Taking Office, de Blasio Vows to Fix Inequity

Michael M. Grynbaum, New York Times, January 2, 2013

Bill de Blasio, whose fiery populism propelled his rise from obscure neighborhood official to the 109th mayor of New York, was sworn into office on Wednesday, pledging that his ambition for a more humane and equal metropolis would remain undimmed.

In his inaugural address, Mayor de Blasio described social inequality as a “quiet crisis” on a par with the other urban cataclysms of the city’s last half-century, from fiscal collapse to crime waves to terrorist attacks, and said income disparity was a struggle no less urgent to confront.

“We are called to put an end to economic and social inequalities that threaten to unravel the city we love,” he said to about 5,000 people at the ceremony, many beneath blankets on a numbingly cold day.

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Gone was the more solemn air of inaugurations past, replaced by the booming strains of disco, soul, and dance music by the Commodores, Marvin Gaye and Daft Punk, spun by a local D.J. stationed high above the audience. (Even Hillary Rodham Clinton, seated onstage, swayed with the music.)

Several of the nation’s pre-eminent Democrats—including Gov. Andrew M. Cuomo and former President Bill Clinton, who administered the oath of office over a Bible once owned by Franklin D. Roosevelt—appeared with Mr. de Blasio on the dais, celebrating the elevation of a party stalwart with whom they had close ties.

The ceremony was filled with an unusually open airing of the city’s racial and class tensions, including a poem bristling with frustration about “brownstones and brown skin playing tug-of-war,” a pastor’s words about “the plantation called New York,” and fierce denunciations of luxury condominiums and trickle-down economics.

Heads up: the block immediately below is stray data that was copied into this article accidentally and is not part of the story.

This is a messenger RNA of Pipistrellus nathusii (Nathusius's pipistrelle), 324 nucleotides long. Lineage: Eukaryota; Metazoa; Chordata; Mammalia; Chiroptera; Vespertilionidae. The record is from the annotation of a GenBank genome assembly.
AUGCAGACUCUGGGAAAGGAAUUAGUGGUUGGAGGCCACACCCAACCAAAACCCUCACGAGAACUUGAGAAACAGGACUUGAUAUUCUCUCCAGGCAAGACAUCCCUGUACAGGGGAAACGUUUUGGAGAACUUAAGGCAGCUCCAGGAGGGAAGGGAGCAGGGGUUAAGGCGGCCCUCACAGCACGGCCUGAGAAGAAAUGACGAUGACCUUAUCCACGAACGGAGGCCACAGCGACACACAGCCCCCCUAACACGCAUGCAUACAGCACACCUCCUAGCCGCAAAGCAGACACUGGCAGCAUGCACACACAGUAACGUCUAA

Mr. de Blasio, a careful custodian of his image, took pains to choreograph the appearance of a newly approachable and inclusive City Hall, arriving with his family on the subway and walking onstage to doo-wop tunes. {snip}

And although he warned that his administration’s work “won’t be easy,” Mr. de Blasio made only passing reference to the myriad and daunting challenges—fiscal, political and structural—that he will face in enacting his ambitious policy agenda.

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From her seat in a back row, Justina Taylor, 16, of the Bronx, started singing along with a Jay-Z song. “This is my kind of inauguration,” she said.

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The crowd was rapt as Ramya Ramana, a young Indian-American poet, made a cri de coeur in verses addressing familiar themes of class and poverty from Mr. de Blasio’s campaign. Ms. Ramana, in an appearance partially arranged by Chirlane McCray, Mr. de Blasio’s wife and a poet herself, described a New York that was “not lights, not Broadway, not Times Square,” but “coffee-colored children playing hopscotch on what is left of a sidewalk.”

Letitia James, the new public advocate, delivered what amounted to a blistering rebuke of Mr. Bloomberg’s 12-year tenure as mayor. The first minority woman to hold a citywide elected office, Ms. James invoked images of “decrepit homeless shelters” in the “shadow of gleaming multimillion dollar condos.”

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But Mr. de Blasio did not hesitate to restate his determination to change the Police Department’s stop-and-frisk tactics, saying he wished to “protect the dignity and rights of young men of color.”

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After a highly personal campaign in which he placed his family at the forefront of advertisements and pamphlets, Mr. de Blasio unsurprisingly made sure his wife and children held central roles at the event. He introduced Ms. McCray as “my partner in all I do.”

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The mayor's 19-year-old daughter Chiara de Blasio.

The mayor’s 19-year-old daughter Chiara de Blasio.

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